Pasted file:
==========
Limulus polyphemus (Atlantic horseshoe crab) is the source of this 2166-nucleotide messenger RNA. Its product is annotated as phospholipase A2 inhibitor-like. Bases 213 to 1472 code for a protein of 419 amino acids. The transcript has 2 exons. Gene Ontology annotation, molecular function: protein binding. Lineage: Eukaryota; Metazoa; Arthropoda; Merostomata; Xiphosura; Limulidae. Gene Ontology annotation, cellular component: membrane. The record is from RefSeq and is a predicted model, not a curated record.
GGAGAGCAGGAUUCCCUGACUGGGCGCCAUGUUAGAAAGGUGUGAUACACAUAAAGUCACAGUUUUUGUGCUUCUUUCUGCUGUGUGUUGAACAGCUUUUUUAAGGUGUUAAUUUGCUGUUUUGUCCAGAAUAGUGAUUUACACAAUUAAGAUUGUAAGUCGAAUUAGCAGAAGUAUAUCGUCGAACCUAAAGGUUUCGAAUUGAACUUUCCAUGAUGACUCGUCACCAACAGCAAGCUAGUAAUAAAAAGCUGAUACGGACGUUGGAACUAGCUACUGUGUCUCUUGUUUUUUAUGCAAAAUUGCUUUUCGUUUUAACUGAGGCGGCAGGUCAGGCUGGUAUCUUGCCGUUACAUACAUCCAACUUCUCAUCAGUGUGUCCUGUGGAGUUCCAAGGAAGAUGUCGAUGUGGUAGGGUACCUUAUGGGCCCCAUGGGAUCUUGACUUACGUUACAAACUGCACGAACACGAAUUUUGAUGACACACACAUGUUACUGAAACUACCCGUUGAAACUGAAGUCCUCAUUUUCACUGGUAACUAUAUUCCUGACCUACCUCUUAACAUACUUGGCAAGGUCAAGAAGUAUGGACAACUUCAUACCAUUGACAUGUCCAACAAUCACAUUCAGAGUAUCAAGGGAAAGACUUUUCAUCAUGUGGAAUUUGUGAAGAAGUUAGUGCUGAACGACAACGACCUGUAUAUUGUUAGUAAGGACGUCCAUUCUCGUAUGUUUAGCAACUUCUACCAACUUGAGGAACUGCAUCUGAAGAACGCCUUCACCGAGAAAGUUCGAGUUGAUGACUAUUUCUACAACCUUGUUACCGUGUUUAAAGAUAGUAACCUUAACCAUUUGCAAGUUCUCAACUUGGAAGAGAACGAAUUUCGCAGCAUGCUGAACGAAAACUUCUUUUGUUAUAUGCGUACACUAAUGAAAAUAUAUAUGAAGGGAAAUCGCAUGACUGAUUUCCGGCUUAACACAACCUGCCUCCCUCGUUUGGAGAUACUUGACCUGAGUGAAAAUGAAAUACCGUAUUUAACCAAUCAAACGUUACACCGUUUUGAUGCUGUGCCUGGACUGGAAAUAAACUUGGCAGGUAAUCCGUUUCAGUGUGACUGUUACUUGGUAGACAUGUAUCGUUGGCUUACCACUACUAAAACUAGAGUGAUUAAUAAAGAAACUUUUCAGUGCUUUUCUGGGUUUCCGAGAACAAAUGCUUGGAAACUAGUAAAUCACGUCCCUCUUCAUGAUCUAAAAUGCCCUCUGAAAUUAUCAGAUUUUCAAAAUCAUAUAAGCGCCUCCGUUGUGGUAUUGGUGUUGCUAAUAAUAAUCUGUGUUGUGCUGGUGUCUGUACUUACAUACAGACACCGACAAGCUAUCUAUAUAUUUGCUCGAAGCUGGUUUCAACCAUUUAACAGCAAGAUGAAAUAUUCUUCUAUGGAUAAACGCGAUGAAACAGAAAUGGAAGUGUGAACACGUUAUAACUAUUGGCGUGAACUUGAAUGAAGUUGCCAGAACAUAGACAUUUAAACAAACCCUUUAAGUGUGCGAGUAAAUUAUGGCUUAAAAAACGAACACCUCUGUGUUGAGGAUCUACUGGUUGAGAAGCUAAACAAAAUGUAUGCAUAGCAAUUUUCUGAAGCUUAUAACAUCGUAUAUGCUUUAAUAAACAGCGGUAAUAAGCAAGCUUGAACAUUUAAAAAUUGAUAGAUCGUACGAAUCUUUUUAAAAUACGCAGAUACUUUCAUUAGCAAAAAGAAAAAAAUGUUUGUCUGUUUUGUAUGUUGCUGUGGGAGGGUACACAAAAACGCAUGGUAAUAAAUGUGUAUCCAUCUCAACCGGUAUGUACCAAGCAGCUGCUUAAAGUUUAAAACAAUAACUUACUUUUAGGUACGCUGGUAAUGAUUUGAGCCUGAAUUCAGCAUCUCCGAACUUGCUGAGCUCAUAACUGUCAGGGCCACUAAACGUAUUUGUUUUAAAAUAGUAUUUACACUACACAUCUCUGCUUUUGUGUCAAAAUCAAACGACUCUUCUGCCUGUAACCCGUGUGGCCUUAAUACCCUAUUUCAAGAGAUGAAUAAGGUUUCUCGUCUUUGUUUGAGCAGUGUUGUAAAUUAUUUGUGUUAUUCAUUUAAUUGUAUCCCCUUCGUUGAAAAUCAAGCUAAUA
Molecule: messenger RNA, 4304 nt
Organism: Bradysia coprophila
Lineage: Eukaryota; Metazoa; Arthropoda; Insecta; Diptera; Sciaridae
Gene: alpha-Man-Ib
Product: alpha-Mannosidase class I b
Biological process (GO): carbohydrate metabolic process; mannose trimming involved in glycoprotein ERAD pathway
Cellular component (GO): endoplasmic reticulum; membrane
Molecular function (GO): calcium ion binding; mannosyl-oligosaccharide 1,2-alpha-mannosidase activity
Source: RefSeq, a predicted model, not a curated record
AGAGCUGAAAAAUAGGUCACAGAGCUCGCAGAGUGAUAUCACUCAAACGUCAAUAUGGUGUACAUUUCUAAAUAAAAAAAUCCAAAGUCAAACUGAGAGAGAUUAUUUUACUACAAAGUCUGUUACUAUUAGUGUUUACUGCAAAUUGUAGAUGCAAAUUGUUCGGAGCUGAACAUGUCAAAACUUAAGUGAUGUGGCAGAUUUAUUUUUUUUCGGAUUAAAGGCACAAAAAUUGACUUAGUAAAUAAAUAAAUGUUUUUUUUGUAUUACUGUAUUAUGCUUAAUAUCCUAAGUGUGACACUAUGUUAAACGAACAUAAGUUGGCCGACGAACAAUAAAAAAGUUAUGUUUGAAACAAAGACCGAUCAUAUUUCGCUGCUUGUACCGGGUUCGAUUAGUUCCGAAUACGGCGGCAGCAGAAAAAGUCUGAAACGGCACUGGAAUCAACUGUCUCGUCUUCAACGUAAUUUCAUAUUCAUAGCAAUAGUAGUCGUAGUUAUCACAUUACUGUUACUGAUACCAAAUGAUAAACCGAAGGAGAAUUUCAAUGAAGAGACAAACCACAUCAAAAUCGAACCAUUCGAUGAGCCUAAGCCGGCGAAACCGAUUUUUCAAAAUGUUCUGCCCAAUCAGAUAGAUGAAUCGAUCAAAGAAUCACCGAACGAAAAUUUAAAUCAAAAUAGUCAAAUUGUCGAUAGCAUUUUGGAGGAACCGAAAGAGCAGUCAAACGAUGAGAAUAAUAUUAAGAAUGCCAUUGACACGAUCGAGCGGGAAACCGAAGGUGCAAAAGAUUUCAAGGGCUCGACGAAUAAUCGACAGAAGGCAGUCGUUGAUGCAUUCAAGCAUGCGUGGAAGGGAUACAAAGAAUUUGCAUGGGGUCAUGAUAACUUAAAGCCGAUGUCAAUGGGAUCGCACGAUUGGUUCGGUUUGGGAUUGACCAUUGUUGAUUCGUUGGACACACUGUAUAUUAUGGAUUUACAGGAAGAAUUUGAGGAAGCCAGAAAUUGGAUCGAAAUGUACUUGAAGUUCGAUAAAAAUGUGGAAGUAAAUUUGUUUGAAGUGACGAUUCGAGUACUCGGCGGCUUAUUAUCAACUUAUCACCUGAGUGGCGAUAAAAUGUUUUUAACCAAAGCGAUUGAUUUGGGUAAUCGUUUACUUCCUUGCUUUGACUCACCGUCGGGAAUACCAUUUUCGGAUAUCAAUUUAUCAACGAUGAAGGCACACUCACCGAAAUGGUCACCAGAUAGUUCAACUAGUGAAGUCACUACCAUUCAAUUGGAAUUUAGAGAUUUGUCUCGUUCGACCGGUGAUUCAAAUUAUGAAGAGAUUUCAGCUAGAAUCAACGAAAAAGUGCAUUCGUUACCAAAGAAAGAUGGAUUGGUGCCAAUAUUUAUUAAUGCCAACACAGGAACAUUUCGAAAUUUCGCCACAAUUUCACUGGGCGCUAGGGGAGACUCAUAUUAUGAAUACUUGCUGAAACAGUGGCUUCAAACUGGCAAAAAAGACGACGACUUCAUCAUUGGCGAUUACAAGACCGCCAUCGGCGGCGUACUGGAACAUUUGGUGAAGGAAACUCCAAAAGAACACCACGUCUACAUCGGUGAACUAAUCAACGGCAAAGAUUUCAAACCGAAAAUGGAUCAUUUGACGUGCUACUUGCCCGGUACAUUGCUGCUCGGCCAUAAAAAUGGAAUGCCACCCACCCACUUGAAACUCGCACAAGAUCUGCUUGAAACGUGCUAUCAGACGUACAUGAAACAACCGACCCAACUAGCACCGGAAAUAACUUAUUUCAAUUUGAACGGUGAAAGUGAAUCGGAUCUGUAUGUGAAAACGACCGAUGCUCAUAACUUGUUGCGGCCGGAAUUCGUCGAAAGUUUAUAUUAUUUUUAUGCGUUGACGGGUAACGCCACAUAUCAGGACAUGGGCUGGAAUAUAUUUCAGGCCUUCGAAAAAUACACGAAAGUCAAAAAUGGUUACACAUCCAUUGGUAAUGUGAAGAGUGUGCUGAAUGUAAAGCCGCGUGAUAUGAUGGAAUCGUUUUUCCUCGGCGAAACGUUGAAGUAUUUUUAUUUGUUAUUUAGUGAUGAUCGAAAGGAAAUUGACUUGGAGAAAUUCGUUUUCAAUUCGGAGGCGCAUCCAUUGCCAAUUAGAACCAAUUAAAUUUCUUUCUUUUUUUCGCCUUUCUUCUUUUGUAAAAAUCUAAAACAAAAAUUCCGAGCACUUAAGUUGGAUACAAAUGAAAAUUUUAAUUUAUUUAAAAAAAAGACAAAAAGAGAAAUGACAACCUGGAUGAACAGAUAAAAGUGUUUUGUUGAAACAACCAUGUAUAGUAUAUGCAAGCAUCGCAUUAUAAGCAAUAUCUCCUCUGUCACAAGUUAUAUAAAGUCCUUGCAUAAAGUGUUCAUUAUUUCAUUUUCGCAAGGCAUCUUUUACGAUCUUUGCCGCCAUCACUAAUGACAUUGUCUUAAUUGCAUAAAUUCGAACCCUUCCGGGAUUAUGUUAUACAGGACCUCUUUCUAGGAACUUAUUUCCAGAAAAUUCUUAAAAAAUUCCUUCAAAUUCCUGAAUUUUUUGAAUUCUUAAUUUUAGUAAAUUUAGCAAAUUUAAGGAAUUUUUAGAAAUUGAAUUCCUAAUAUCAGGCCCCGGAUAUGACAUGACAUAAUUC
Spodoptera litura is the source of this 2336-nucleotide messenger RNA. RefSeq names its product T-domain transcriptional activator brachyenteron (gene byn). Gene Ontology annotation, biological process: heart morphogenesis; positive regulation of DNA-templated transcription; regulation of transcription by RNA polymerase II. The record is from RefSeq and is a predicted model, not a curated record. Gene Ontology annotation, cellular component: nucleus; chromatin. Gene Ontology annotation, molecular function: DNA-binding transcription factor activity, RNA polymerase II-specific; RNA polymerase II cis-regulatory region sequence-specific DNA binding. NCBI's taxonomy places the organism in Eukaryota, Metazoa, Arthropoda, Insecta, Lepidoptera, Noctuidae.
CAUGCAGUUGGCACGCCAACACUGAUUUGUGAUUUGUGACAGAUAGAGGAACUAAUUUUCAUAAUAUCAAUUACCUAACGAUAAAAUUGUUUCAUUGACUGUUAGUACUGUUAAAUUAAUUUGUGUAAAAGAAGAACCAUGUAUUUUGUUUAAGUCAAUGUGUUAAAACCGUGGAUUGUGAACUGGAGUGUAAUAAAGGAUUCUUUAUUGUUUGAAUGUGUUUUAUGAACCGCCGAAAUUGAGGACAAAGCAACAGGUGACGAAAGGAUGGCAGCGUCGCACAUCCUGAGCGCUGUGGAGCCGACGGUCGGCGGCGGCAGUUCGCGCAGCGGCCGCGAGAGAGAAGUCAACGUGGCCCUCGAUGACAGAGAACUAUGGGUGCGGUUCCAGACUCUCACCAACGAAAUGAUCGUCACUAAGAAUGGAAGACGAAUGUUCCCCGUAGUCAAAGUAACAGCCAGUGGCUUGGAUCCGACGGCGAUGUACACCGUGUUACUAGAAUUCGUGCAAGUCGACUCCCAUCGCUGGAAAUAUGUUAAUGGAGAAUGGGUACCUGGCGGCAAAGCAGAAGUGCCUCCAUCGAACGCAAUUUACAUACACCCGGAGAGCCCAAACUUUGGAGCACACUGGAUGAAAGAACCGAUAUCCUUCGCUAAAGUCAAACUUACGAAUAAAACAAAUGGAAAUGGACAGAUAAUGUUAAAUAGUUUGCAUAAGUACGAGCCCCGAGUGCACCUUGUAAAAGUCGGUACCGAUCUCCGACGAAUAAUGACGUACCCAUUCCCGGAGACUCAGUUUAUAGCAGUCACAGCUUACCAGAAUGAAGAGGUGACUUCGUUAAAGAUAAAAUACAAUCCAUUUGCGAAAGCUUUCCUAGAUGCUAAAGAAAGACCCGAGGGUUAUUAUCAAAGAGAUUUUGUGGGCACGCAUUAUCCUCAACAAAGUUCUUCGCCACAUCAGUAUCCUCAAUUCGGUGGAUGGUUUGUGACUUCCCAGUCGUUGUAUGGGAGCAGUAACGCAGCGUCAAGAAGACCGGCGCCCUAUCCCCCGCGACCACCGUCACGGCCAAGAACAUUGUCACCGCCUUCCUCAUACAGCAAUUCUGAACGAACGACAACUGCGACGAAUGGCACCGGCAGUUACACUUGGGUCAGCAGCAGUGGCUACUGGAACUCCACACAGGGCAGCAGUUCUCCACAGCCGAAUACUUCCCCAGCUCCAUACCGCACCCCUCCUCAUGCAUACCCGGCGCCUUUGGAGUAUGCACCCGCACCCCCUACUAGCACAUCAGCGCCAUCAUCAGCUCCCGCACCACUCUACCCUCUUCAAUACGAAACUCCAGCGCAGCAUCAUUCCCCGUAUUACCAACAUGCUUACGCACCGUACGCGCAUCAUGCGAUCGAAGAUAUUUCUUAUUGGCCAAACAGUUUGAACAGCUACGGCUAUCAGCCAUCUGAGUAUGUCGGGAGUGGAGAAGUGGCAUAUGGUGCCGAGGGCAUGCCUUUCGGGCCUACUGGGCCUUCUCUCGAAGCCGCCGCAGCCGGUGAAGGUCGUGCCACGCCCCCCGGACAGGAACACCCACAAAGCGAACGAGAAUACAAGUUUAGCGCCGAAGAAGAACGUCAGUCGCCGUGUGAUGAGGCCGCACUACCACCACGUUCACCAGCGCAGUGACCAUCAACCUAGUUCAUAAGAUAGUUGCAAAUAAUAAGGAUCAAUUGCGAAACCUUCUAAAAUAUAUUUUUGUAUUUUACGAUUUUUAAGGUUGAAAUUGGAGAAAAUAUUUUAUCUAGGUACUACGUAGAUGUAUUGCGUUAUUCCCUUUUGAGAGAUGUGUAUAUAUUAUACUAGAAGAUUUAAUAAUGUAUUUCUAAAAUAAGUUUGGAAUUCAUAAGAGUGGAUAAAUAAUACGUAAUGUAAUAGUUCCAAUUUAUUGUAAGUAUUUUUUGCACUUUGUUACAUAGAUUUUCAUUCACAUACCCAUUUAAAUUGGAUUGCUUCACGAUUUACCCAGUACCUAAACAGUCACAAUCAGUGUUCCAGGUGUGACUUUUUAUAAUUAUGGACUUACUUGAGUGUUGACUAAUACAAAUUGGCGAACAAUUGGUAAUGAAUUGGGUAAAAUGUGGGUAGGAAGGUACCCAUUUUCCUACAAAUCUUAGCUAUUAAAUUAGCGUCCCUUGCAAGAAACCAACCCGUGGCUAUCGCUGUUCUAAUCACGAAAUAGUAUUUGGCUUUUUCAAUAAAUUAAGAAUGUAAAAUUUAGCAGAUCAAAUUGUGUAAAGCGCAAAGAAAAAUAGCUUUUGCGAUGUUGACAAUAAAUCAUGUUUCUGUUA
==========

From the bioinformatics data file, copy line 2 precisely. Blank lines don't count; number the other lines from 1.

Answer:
GGAGAGCAGGAUUCCCUGACUGGGCGCCAUGUUAGAAAGGUGUGAUACACAUAAAGUCACAGUUUUUGUGCUUCUUUCUGCUGUGUGUUGAACAGCUUUUUUAAGGUGUUAAUUUGCUGUUUUGUCCAGAAUAGUGAUUUACACAAUUAAGAUUGUAAGUCGAAUUAGCAGAAGUAUAUCGUCGAACCUAAAGGUUUCGAAUUGAACUUUCCAUGAUGACUCGUCACCAACAGCAAGCUAGUAAUAAAAAGCUGAUACGGACGUUGGAACUAGCUACUGUGUCUCUUGUUUUUUAUGCAAAAUUGCUUUUCGUUUUAACUGAGGCGGCAGGUCAGGCUGGUAUCUUGCCGUUACAUACAUCCAACUUCUCAUCAGUGUGUCCUGUGGAGUUCCAAGGAAGAUGUCGAUGUGGUAGGGUACCUUAUGGGCCCCAUGGGAUCUUGACUUACGUUACAAACUGCACGAACACGAAUUUUGAUGACACACACAUGUUACUGAAACUACCCGUUGAAACUGAAGUCCUCAUUUUCACUGGUAACUAUAUUCCUGACCUACCUCUUAACAUACUUGGCAAGGUCAAGAAGUAUGGACAACUUCAUACCAUUGACAUGUCCAACAAUCACAUUCAGAGUAUCAAGGGAAAGACUUUUCAUCAUGUGGAAUUUGUGAAGAAGUUAGUGCUGAACGACAACGACCUGUAUAUUGUUAGUAAGGACGUCCAUUCUCGUAUGUUUAGCAACUUCUACCAACUUGAGGAACUGCAUCUGAAGAACGCCUUCACCGAGAAAGUUCGAGUUGAUGACUAUUUCUACAACCUUGUUACCGUGUUUAAAGAUAGUAACCUUAACCAUUUGCAAGUUCUCAACUUGGAAGAGAACGAAUUUCGCAGCAUGCUGAACGAAAACUUCUUUUGUUAUAUGCGUACACUAAUGAAAAUAUAUAUGAAGGGAAAUCGCAUGACUGAUUUCCGGCUUAACACAACCUGCCUCCCUCGUUUGGAGAUACUUGACCUGAGUGAAAAUGAAAUACCGUAUUUAACCAAUCAAACGUUACACCGUUUUGAUGCUGUGCCUGGACUGGAAAUAAACUUGGCAGGUAAUCCGUUUCAGUGUGACUGUUACUUGGUAGACAUGUAUCGUUGGCUUACCACUACUAAAACUAGAGUGAUUAAUAAAGAAACUUUUCAGUGCUUUUCUGGGUUUCCGAGAACAAAUGCUUGGAAACUAGUAAAUCACGUCCCUCUUCAUGAUCUAAAAUGCCCUCUGAAAUUAUCAGAUUUUCAAAAUCAUAUAAGCGCCUCCGUUGUGGUAUUGGUGUUGCUAAUAAUAAUCUGUGUUGUGCUGGUGUCUGUACUUACAUACAGACACCGACAAGCUAUCUAUAUAUUUGCUCGAAGCUGGUUUCAACCAUUUAACAGCAAGAUGAAAUAUUCUUCUAUGGAUAAACGCGAUGAAACAGAAAUGGAAGUGUGAACACGUUAUAACUAUUGGCGUGAACUUGAAUGAAGUUGCCAGAACAUAGACAUUUAAACAAACCCUUUAAGUGUGCGAGUAAAUUAUGGCUUAAAAAACGAACACCUCUGUGUUGAGGAUCUACUGGUUGAGAAGCUAAACAAAAUGUAUGCAUAGCAAUUUUCUGAAGCUUAUAACAUCGUAUAUGCUUUAAUAAACAGCGGUAAUAAGCAAGCUUGAACAUUUAAAAAUUGAUAGAUCGUACGAAUCUUUUUAAAAUACGCAGAUACUUUCAUUAGCAAAAAGAAAAAAAUGUUUGUCUGUUUUGUAUGUUGCUGUGGGAGGGUACACAAAAACGCAUGGUAAUAAAUGUGUAUCCAUCUCAACCGGUAUGUACCAAGCAGCUGCUUAAAGUUUAAAACAAUAACUUACUUUUAGGUACGCUGGUAAUGAUUUGAGCCUGAAUUCAGCAUCUCCGAACUUGCUGAGCUCAUAACUGUCAGGGCCACUAAACGUAUUUGUUUUAAAAUAGUAUUUACACUACACAUCUCUGCUUUUGUGUCAAAAUCAAACGACUCUUCUGCCUGUAACCCGUGUGGCCUUAAUACCCUAUUUCAAGAGAUGAAUAAGGUUUCUCGUCUUUGUUUGAGCAGUGUUGUAAAUUAUUUGUGUUAUUCAUUUAAUUGUAUCCCCUUCGUUGAAAAUCAAGCUAAUA